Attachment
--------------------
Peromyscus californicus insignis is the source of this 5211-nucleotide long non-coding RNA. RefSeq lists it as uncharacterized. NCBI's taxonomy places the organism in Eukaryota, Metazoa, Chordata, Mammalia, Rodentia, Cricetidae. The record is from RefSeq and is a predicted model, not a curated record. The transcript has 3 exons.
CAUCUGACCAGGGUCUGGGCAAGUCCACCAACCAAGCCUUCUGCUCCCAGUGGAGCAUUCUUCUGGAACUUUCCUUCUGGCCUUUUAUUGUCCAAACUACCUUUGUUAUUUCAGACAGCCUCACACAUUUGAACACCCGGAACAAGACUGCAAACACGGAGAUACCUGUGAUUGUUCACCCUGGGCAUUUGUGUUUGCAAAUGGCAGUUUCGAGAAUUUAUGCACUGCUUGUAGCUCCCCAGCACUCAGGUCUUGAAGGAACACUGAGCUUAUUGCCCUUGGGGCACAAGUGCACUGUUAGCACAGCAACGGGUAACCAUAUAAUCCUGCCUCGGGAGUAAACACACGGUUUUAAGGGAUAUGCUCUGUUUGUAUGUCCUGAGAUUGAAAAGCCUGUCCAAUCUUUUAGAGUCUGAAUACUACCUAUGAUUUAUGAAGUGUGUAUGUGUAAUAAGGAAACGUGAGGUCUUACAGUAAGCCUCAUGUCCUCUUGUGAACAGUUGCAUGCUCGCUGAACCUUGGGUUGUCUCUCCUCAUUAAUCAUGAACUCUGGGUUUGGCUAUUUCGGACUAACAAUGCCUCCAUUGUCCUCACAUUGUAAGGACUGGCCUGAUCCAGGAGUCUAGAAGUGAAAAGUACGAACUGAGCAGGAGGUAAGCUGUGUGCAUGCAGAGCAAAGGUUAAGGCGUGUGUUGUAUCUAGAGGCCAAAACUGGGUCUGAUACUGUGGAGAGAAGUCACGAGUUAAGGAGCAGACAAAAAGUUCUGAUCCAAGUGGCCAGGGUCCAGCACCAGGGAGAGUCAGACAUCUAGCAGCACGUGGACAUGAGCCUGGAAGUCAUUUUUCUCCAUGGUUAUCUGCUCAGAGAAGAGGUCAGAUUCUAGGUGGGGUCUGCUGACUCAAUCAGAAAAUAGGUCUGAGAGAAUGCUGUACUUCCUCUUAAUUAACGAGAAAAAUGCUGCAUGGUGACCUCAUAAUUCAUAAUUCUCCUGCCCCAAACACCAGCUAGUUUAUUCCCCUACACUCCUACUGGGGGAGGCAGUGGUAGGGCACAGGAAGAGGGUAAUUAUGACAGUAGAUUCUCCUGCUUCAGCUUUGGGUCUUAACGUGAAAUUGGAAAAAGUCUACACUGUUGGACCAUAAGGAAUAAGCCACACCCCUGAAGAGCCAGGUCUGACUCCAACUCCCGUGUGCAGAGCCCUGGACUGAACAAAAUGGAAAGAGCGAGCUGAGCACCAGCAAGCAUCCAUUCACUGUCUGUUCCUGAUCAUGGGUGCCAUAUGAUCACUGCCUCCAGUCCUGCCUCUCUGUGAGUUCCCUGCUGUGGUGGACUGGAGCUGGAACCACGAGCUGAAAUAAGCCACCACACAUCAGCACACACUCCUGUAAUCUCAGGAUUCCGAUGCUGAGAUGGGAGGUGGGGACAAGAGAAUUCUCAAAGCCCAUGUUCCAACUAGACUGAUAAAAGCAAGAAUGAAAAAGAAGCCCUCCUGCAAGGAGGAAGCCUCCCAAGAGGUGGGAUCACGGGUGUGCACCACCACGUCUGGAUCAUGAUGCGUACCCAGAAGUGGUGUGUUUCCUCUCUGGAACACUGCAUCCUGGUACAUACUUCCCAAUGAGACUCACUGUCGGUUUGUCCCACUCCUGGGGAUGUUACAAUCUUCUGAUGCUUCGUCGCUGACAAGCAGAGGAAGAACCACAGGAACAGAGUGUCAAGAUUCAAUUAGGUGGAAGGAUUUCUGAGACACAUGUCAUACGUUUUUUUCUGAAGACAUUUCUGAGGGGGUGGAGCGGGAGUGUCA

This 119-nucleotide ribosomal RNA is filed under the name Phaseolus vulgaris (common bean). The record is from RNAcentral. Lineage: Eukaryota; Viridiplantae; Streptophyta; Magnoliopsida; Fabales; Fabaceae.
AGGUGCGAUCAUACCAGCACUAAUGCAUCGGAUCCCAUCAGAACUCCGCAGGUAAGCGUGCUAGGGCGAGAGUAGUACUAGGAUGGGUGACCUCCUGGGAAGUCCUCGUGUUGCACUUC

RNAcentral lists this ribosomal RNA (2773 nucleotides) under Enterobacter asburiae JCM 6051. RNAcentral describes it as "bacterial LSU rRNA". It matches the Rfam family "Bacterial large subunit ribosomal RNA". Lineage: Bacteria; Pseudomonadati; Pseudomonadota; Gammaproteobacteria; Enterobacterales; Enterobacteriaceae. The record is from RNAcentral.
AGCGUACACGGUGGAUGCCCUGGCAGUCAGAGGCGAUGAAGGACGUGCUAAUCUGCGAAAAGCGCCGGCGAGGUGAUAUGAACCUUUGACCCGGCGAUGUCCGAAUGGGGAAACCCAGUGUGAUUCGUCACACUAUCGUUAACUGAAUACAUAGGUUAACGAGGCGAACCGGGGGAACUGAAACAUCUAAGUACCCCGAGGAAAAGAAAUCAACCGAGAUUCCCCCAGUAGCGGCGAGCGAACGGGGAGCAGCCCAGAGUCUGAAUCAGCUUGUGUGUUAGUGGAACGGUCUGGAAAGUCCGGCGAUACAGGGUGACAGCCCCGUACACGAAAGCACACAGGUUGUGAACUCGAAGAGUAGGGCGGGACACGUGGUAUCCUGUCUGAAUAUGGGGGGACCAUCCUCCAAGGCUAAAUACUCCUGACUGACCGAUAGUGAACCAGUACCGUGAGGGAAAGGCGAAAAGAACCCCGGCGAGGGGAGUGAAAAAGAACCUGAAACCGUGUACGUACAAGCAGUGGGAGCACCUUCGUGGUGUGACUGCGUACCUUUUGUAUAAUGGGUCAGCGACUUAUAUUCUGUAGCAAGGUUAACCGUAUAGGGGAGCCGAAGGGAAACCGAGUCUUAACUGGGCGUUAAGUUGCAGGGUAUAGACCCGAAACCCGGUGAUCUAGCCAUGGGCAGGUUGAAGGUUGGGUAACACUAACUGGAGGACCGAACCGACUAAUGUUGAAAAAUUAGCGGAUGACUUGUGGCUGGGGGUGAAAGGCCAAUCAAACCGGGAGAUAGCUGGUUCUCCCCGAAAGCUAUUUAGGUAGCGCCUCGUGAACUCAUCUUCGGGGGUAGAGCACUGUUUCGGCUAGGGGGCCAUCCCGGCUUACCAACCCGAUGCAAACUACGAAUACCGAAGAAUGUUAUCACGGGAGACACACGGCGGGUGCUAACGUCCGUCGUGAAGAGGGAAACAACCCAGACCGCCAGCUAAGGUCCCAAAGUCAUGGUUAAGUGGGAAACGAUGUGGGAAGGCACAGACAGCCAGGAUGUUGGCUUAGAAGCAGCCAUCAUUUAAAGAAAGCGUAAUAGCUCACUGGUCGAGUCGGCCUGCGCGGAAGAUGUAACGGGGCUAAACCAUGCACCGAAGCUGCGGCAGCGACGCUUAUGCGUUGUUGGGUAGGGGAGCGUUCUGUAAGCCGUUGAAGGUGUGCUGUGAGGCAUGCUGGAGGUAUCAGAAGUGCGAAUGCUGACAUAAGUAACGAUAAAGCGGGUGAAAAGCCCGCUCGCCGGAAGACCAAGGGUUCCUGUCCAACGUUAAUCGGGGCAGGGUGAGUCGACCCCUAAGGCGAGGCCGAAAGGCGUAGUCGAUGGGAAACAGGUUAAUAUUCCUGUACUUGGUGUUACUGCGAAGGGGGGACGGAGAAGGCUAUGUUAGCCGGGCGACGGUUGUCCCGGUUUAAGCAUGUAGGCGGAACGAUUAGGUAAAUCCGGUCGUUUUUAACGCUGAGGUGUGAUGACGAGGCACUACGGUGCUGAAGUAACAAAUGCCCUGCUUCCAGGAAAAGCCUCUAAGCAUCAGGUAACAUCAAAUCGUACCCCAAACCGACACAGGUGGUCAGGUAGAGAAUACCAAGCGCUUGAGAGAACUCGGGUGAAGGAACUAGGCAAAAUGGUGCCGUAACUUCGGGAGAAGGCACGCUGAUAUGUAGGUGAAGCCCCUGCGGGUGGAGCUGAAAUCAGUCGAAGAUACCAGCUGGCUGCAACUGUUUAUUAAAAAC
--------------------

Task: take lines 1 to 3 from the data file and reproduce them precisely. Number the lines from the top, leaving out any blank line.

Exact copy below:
Peromyscus californicus insignis is the source of this 5211-nucleotide long non-coding RNA. RefSeq lists it as uncharacterized. NCBI's taxonomy places the organism in Eukaryota, Metazoa, Chordata, Mammalia, Rodentia, Cricetidae. The record is from RefSeq and is a predicted model, not a curated record. The transcript has 3 exons.
CAUCUGACCAGGGUCUGGGCAAGUCCACCAACCAAGCCUUCUGCUCCCAGUGGAGCAUUCUUCUGGAACUUUCCUUCUGGCCUUUUAUUGUCCAAACUACCUUUGUUAUUUCAGACAGCCUCACACAUUUGAACACCCGGAACAAGACUGCAAACACGGAGAUACCUGUGAUUGUUCACCCUGGGCAUUUGUGUUUGCAAAUGGCAGUUUCGAGAAUUUAUGCACUGCUUGUAGCUCCCCAGCACUCAGGUCUUGAAGGAACACUGAGCUUAUUGCCCUUGGGGCACAAGUGCACUGUUAGCACAGCAACGGGUAACCAUAUAAUCCUGCCUCGGGAGUAAACACACGGUUUUAAGGGAUAUGCUCUGUUUGUAUGUCCUGAGAUUGAAAAGCCUGUCCAAUCUUUUAGAGUCUGAAUACUACCUAUGAUUUAUGAAGUGUGUAUGUGUAAUAAGGAAACGUGAGGUCUUACAGUAAGCCUCAUGUCCUCUUGUGAACAGUUGCAUGCUCGCUGAACCUUGGGUUGUCUCUCCUCAUUAAUCAUGAACUCUGGGUUUGGCUAUUUCGGACUAACAAUGCCUCCAUUGUCCUCACAUUGUAAGGACUGGCCUGAUCCAGGAGUCUAGAAGUGAAAAGUACGAACUGAGCAGGAGGUAAGCUGUGUGCAUGCAGAGCAAAGGUUAAGGCGUGUGUUGUAUCUAGAGGCCAAAACUGGGUCUGAUACUGUGGAGAGAAGUCACGAGUUAAGGAGCAGACAAAAAGUUCUGAUCCAAGUGGCCAGGGUCCAGCACCAGGGAGAGUCAGACAUCUAGCAGCACGUGGACAUGAGCCUGGAAGUCAUUUUUCUCCAUGGUUAUCUGCUCAGAGAAGAGGUCAGAUUCUAGGUGGGGUCUGCUGACUCAAUCAGAAAAUAGGUCUGAGAGAAUGCUGUACUUCCUCUUAAUUAACGAGAAAAAUGCUGCAUGGUGACCUCAUAAUUCAUAAUUCUCCUGCCCCAAACACCAGCUAGUUUAUUCCCCUACACUCCUACUGGGGGAGGCAGUGGUAGGGCACAGGAAGAGGGUAAUUAUGACAGUAGAUUCUCCUGCUUCAGCUUUGGGUCUUAACGUGAAAUUGGAAAAAGUCUACACUGUUGGACCAUAAGGAAUAAGCCACACCCCUGAAGAGCCAGGUCUGACUCCAACUCCCGUGUGCAGAGCCCUGGACUGAACAAAAUGGAAAGAGCGAGCUGAGCACCAGCAAGCAUCCAUUCACUGUCUGUUCCUGAUCAUGGGUGCCAUAUGAUCACUGCCUCCAGUCCUGCCUCUCUGUGAGUUCCCUGCUGUGGUGGACUGGAGCUGGAACCACGAGCUGAAAUAAGCCACCACACAUCAGCACACACUCCUGUAAUCUCAGGAUUCCGAUGCUGAGAUGGGAGGUGGGGACAAGAGAAUUCUCAAAGCCCAUGUUCCAACUAGACUGAUAAAAGCAAGAAUGAAAAAGAAGCCCUCCUGCAAGGAGGAAGCCUCCCAAGAGGUGGGAUCACGGGUGUGCACCACCACGUCUGGAUCAUGAUGCGUACCCAGAAGUGGUGUGUUUCCUCUCUGGAACACUGCAUCCUGGUACAUACUUCCCAAUGAGACUCACUGUCGGUUUGUCCCACUCCUGGGGAUGUUACAAUCUUCUGAUGCUUCGUCGCUGACAAGCAGAGGAAGAACCACAGGAACAGAGUGUCAAGAUUCAAUUAGGUGGAAGGAUUUCUGAGACACAUGUCAUACGUUUUUUUCUGAAGACAUUUCUGAGGGGGUGGAGCGGGAGUGUCA

This 119-nucleotide ribosomal RNA is filed under the name Phaseolus vulgaris (common bean). The record is from RNAcentral. Lineage: Eukaryota; Viridiplantae; Streptophyta; Magnoliopsida; Fabales; Fabaceae.